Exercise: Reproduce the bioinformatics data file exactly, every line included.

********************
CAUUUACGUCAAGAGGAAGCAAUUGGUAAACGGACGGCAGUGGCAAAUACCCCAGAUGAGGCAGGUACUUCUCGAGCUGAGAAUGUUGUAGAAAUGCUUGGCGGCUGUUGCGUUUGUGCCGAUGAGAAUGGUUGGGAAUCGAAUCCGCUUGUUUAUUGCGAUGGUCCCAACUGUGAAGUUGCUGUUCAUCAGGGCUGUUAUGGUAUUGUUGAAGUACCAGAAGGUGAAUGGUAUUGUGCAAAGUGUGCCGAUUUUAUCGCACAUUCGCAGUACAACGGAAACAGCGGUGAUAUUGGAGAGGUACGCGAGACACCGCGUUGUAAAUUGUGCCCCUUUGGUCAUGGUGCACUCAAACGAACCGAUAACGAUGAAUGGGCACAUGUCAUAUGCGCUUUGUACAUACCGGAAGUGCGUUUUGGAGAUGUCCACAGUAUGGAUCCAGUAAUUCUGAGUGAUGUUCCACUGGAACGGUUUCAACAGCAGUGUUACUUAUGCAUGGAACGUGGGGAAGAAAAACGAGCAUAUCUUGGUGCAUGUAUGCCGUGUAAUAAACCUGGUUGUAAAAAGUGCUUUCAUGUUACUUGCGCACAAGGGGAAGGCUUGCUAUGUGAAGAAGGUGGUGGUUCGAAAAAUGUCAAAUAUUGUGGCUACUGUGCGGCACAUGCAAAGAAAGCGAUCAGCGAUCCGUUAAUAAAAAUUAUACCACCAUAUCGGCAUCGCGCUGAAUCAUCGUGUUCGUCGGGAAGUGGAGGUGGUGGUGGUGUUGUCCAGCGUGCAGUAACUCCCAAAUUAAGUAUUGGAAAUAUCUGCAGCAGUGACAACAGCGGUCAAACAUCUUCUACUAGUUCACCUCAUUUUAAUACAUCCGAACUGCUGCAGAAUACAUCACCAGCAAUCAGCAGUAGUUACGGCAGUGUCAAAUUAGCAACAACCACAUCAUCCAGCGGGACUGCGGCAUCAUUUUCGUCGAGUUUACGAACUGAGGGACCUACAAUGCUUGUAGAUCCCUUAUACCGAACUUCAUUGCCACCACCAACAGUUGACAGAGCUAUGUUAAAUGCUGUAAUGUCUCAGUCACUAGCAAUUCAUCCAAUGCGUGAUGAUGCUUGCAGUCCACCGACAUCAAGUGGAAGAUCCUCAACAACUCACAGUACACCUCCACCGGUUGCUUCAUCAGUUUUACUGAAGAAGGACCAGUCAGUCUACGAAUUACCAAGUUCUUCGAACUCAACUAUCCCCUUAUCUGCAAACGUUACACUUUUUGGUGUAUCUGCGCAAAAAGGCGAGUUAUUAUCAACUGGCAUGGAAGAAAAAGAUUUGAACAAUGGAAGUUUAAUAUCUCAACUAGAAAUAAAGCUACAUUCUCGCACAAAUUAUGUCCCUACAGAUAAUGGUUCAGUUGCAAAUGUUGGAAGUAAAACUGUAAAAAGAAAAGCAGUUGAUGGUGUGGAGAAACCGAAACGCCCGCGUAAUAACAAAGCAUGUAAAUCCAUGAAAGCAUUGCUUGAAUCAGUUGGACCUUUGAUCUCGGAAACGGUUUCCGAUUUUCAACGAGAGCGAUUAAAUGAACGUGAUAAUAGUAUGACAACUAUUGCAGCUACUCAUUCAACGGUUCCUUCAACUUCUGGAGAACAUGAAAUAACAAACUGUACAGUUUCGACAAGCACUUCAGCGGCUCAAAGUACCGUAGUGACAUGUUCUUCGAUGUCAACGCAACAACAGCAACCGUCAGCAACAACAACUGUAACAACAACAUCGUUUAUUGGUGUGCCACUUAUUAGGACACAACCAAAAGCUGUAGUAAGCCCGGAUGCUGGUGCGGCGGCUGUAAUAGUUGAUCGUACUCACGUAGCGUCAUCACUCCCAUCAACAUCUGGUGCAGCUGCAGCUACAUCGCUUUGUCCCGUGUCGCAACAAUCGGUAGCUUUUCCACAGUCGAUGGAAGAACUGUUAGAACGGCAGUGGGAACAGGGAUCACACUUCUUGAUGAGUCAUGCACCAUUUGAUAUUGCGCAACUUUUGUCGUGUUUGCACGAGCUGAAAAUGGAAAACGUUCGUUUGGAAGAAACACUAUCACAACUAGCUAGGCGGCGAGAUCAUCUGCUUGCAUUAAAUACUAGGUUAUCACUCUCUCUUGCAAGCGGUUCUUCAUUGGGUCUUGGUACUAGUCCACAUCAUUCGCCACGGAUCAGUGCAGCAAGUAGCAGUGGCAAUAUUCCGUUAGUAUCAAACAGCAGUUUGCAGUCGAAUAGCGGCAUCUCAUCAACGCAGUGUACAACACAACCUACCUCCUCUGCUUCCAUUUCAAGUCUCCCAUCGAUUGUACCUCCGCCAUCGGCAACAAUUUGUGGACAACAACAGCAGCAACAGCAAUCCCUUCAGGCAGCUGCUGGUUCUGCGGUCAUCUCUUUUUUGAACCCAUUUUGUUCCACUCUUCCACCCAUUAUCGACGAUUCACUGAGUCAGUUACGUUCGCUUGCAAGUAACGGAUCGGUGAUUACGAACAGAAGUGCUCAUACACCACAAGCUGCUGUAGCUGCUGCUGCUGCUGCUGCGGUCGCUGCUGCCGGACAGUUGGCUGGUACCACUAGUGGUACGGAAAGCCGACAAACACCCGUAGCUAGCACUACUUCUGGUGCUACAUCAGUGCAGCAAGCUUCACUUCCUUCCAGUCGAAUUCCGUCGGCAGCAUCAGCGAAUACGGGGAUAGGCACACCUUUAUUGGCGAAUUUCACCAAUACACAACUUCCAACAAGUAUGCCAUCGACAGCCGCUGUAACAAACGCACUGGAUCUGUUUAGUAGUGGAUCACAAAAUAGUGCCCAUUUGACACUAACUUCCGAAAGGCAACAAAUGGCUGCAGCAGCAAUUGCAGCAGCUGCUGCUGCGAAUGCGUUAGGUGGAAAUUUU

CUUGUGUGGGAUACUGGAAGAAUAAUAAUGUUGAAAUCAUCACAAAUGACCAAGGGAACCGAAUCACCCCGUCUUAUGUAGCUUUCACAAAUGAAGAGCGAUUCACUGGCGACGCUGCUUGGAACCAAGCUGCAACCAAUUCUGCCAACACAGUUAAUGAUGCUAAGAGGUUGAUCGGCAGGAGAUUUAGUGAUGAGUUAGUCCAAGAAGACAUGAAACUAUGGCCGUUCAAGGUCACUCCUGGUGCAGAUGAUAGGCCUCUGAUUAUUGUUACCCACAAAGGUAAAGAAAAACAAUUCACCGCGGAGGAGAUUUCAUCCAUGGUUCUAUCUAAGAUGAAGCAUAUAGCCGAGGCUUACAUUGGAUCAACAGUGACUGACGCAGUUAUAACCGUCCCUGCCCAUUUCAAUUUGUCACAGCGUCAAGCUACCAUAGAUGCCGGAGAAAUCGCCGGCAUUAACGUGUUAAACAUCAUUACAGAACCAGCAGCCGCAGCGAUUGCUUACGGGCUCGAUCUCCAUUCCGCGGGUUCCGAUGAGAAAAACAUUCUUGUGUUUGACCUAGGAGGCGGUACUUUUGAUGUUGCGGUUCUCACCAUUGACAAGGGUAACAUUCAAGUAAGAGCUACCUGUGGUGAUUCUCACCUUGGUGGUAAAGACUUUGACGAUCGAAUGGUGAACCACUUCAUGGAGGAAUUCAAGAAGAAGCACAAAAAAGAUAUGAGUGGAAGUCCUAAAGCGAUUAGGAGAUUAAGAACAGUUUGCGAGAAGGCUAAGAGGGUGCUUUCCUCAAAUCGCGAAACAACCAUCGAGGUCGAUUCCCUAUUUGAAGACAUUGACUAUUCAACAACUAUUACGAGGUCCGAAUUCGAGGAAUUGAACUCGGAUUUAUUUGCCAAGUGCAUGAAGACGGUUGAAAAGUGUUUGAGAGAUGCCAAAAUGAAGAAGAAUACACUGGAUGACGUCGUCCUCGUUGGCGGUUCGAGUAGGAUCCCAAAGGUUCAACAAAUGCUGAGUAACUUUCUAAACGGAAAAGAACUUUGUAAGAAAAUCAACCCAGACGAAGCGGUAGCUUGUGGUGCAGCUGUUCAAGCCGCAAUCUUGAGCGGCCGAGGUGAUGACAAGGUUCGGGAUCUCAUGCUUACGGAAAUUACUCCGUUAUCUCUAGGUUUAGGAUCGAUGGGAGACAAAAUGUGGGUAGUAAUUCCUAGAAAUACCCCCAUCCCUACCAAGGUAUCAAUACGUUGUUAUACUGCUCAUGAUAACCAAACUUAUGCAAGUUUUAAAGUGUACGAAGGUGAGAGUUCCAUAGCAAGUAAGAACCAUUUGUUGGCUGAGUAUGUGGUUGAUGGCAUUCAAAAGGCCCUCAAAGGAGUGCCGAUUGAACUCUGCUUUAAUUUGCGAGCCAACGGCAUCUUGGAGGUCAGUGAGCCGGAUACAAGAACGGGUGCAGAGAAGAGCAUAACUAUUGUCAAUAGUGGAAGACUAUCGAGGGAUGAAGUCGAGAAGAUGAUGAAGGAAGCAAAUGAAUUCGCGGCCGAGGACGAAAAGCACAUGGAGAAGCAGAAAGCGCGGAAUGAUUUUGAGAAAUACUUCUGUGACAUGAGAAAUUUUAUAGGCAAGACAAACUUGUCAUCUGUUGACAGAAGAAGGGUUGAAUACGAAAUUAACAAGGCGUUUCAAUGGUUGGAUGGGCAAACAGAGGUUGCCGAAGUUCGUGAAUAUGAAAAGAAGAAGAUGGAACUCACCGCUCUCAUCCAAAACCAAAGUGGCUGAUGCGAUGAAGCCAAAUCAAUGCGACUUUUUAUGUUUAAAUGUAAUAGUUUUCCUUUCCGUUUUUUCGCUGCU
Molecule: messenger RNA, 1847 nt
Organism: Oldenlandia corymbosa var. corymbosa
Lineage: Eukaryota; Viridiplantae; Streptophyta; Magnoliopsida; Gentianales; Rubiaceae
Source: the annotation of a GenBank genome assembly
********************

CAUUUACGUCAAGAGGAAGCAAUUGGUAAACGGACGGCAGUGGCAAAUACCCCAGAUGAGGCAGGUACUUCUCGAGCUGAGAAUGUUGUAGAAAUGCUUGGCGGCUGUUGCGUUUGUGCCGAUGAGAAUGGUUGGGAAUCGAAUCCGCUUGUUUAUUGCGAUGGUCCCAACUGUGAAGUUGCUGUUCAUCAGGGCUGUUAUGGUAUUGUUGAAGUACCAGAAGGUGAAUGGUAUUGUGCAAAGUGUGCCGAUUUUAUCGCACAUUCGCAGUACAACGGAAACAGCGGUGAUAUUGGAGAGGUACGCGAGACACCGCGUUGUAAAUUGUGCCCCUUUGGUCAUGGUGCACUCAAACGAACCGAUAACGAUGAAUGGGCACAUGUCAUAUGCGCUUUGUACAUACCGGAAGUGCGUUUUGGAGAUGUCCACAGUAUGGAUCCAGUAAUUCUGAGUGAUGUUCCACUGGAACGGUUUCAACAGCAGUGUUACUUAUGCAUGGAACGUGGGGAAGAAAAACGAGCAUAUCUUGGUGCAUGUAUGCCGUGUAAUAAACCUGGUUGUAAAAAGUGCUUUCAUGUUACUUGCGCACAAGGGGAAGGCUUGCUAUGUGAAGAAGGUGGUGGUUCGAAAAAUGUCAAAUAUUGUGGCUACUGUGCGGCACAUGCAAAGAAAGCGAUCAGCGAUCCGUUAAUAAAAAUUAUACCACCAUAUCGGCAUCGCGCUGAAUCAUCGUGUUCGUCGGGAAGUGGAGGUGGUGGUGGUGUUGUCCAGCGUGCAGUAACUCCCAAAUUAAGUAUUGGAAAUAUCUGCAGCAGUGACAACAGCGGUCAAACAUCUUCUACUAGUUCACCUCAUUUUAAUACAUCCGAACUGCUGCAGAAUACAUCACCAGCAAUCAGCAGUAGUUACGGCAGUGUCAAAUUAGCAACAACCACAUCAUCCAGCGGGACUGCGGCAUCAUUUUCGUCGAGUUUACGAACUGAGGGACCUACAAUGCUUGUAGAUCCCUUAUACCGAACUUCAUUGCCACCACCAACAGUUGACAGAGCUAUGUUAAAUGCUGUAAUGUCUCAGUCACUAGCAAUUCAUCCAAUGCGUGAUGAUGCUUGCAGUCCACCGACAUCAAGUGGAAGAUCCUCAACAACUCACAGUACACCUCCACCGGUUGCUUCAUCAGUUUUACUGAAGAAGGACCAGUCAGUCUACGAAUUACCAAGUUCUUCGAACUCAACUAUCCCCUUAUCUGCAAACGUUACACUUUUUGGUGUAUCUGCGCAAAAAGGCGAGUUAUUAUCAACUGGCAUGGAAGAAAAAGAUUUGAACAAUGGAAGUUUAAUAUCUCAACUAGAAAUAAAGCUACAUUCUCGCACAAAUUAUGUCCCUACAGAUAAUGGUUCAGUUGCAAAUGUUGGAAGUAAAACUGUAAAAAGAAAAGCAGUUGAUGGUGUGGAGAAACCGAAACGCCCGCGUAAUAACAAAGCAUGUAAAUCCAUGAAAGCAUUGCUUGAAUCAGUUGGACCUUUGAUCUCGGAAACGGUUUCCGAUUUUCAACGAGAGCGAUUAAAUGAACGUGAUAAUAGUAUGACAACUAUUGCAGCUACUCAUUCAACGGUUCCUUCAACUUCUGGAGAACAUGAAAUAACAAACUGUACAGUUUCGACAAGCACUUCAGCGGCUCAAAGUACCGUAGUGACAUGUUCUUCGAUGUCAACGCAACAACAGCAACCGUCAGCAACAACAACUGUAACAACAACAUCGUUUAUUGGUGUGCCACUUAUUAGGACACAACCAAAAGCUGUAGUAAGCCCGGAUGCUGGUGCGGCGGCUGUAAUAGUUGAUCGUACUCACGUAGCGUCAUCACUCCCAUCAACAUCUGGUGCAGCUGCAGCUACAUCGCUUUGUCCCGUGUCGCAACAAUCGGUAGCUUUUCCACAGUCGAUGGAAGAACUGUUAGAACGGCAGUGGGAACAGGGAUCACACUUCUUGAUGAGUCAUGCACCAUUUGAUAUUGCGCAACUUUUGUCGUGUUUGCACGAGCUGAAAAUGGAAAACGUUCGUUUGGAAGAAACACUAUCACAACUAGCUAGGCGGCGAGAUCAUCUGCUUGCAUUAAAUACUAGGUUAUCACUCUCUCUUGCAAGCGGUUCUUCAUUGGGUCUUGGUACUAGUCCACAUCAUUCGCCACGGAUCAGUGCAGCAAGUAGCAGUGGCAAUAUUCCGUUAGUAUCAAACAGCAGUUUGCAGUCGAAUAGCGGCAUCUCAUCAACGCAGUGUACAACACAACCUACCUCCUCUGCUUCCAUUUCAAGUCUCCCAUCGAUUGUACCUCCGCCAUCGGCAACAAUUUGUGGACAACAACAGCAGCAACAGCAAUCCCUUCAGGCAGCUGCUGGUUCUGCGGUCAUCUCUUUUUUGAACCCAUUUUGUUCCACUCUUCCACCCAUUAUCGACGAUUCACUGAGUCAGUUACGUUCGCUUGCAAGUAACGGAUCGGUGAUUACGAACAGAAGUGCUCAUACACCACAAGCUGCUGUAGCUGCUGCUGCUGCUGCUGCGGUCGCUGCUGCCGGACAGUUGGCUGGUACCACUAGUGGUACGGAAAGCCGACAAACACCCGUAGCUAGCACUACUUCUGGUGCUACAUCAGUGCAGCAAGCUUCACUUCCUUCCAGUCGAAUUCCGUCGGCAGCAUCAGCGAAUACGGGGAUAGGCACACCUUUAUUGGCGAAUUUCACCAAUACACAACUUCCAACAAGUAUGCCAUCGACAGCCGCUGUAACAAACGCACUGGAUCUGUUUAGUAGUGGAUCACAAAAUAGUGCCCAUUUGACACUAACUUCCGAAAGGCAACAAAUGGCUGCAGCAGCAAUUGCAGCAGCUGCUGCUGCGAAUGCGUUAGGUGGAAAUUUU

CUUGUGUGGGAUACUGGAAGAAUAAUAAUGUUGAAAUCAUCACAAAUGACCAAGGGAACCGAAUCACCCCGUCUUAUGUAGCUUUCACAAAUGAAGAGCGAUUCACUGGCGACGCUGCUUGGAACCAAGCUGCAACCAAUUCUGCCAACACAGUUAAUGAUGCUAAGAGGUUGAUCGGCAGGAGAUUUAGUGAUGAGUUAGUCCAAGAAGACAUGAAACUAUGGCCGUUCAAGGUCACUCCUGGUGCAGAUGAUAGGCCUCUGAUUAUUGUUACCCACAAAGGUAAAGAAAAACAAUUCACCGCGGAGGAGAUUUCAUCCAUGGUUCUAUCUAAGAUGAAGCAUAUAGCCGAGGCUUACAUUGGAUCAACAGUGACUGACGCAGUUAUAACCGUCCCUGCCCAUUUCAAUUUGUCACAGCGUCAAGCUACCAUAGAUGCCGGAGAAAUCGCCGGCAUUAACGUGUUAAACAUCAUUACAGAACCAGCAGCCGCAGCGAUUGCUUACGGGCUCGAUCUCCAUUCCGCGGGUUCCGAUGAGAAAAACAUUCUUGUGUUUGACCUAGGAGGCGGUACUUUUGAUGUUGCGGUUCUCACCAUUGACAAGGGUAACAUUCAAGUAAGAGCUACCUGUGGUGAUUCUCACCUUGGUGGUAAAGACUUUGACGAUCGAAUGGUGAACCACUUCAUGGAGGAAUUCAAGAAGAAGCACAAAAAAGAUAUGAGUGGAAGUCCUAAAGCGAUUAGGAGAUUAAGAACAGUUUGCGAGAAGGCUAAGAGGGUGCUUUCCUCAAAUCGCGAAACAACCAUCGAGGUCGAUUCCCUAUUUGAAGACAUUGACUAUUCAACAACUAUUACGAGGUCCGAAUUCGAGGAAUUGAACUCGGAUUUAUUUGCCAAGUGCAUGAAGACGGUUGAAAAGUGUUUGAGAGAUGCCAAAAUGAAGAAGAAUACACUGGAUGACGUCGUCCUCGUUGGCGGUUCGAGUAGGAUCCCAAAGGUUCAACAAAUGCUGAGUAACUUUCUAAACGGAAAAGAACUUUGUAAGAAAAUCAACCCAGACGAAGCGGUAGCUUGUGGUGCAGCUGUUCAAGCCGCAAUCUUGAGCGGCCGAGGUGAUGACAAGGUUCGGGAUCUCAUGCUUACGGAAAUUACUCCGUUAUCUCUAGGUUUAGGAUCGAUGGGAGACAAAAUGUGGGUAGUAAUUCCUAGAAAUACCCCCAUCCCUACCAAGGUAUCAAUACGUUGUUAUACUGCUCAUGAUAACCAAACUUAUGCAAGUUUUAAAGUGUACGAAGGUGAGAGUUCCAUAGCAAGUAAGAACCAUUUGUUGGCUGAGUAUGUGGUUGAUGGCAUUCAAAAGGCCCUCAAAGGAGUGCCGAUUGAACUCUGCUUUAAUUUGCGAGCCAACGGCAUCUUGGAGGUCAGUGAGCCGGAUACAAGAACGGGUGCAGAGAAGAGCAUAACUAUUGUCAAUAGUGGAAGACUAUCGAGGGAUGAAGUCGAGAAGAUGAUGAAGGAAGCAAAUGAAUUCGCGGCCGAGGACGAAAAGCACAUGGAGAAGCAGAAAGCGCGGAAUGAUUUUGAGAAAUACUUCUGUGACAUGAGAAAUUUUAUAGGCAAGACAAACUUGUCAUCUGUUGACAGAAGAAGGGUUGAAUACGAAAUUAACAAGGCGUUUCAAUGGUUGGAUGGGCAAACAGAGGUUGCCGAAGUUCGUGAAUAUGAAAAGAAGAAGAUGGAACUCACCGCUCUCAUCCAAAACCAAAGUGGCUGAUGCGAUGAAGCCAAAUCAAUGCGACUUUUUAUGUUUAAAUGUAAUAGUUUUCCUUUCCGUUUUUUCGCUGCU
Molecule: messenger RNA, 1847 nt
Organism: Oldenlandia corymbosa var. corymbosa
Lineage: Eukaryota; Viridiplantae; Streptophyta; Magnoliopsida; Gentianales; Rubiaceae
Source: the annotation of a GenBank genome assembly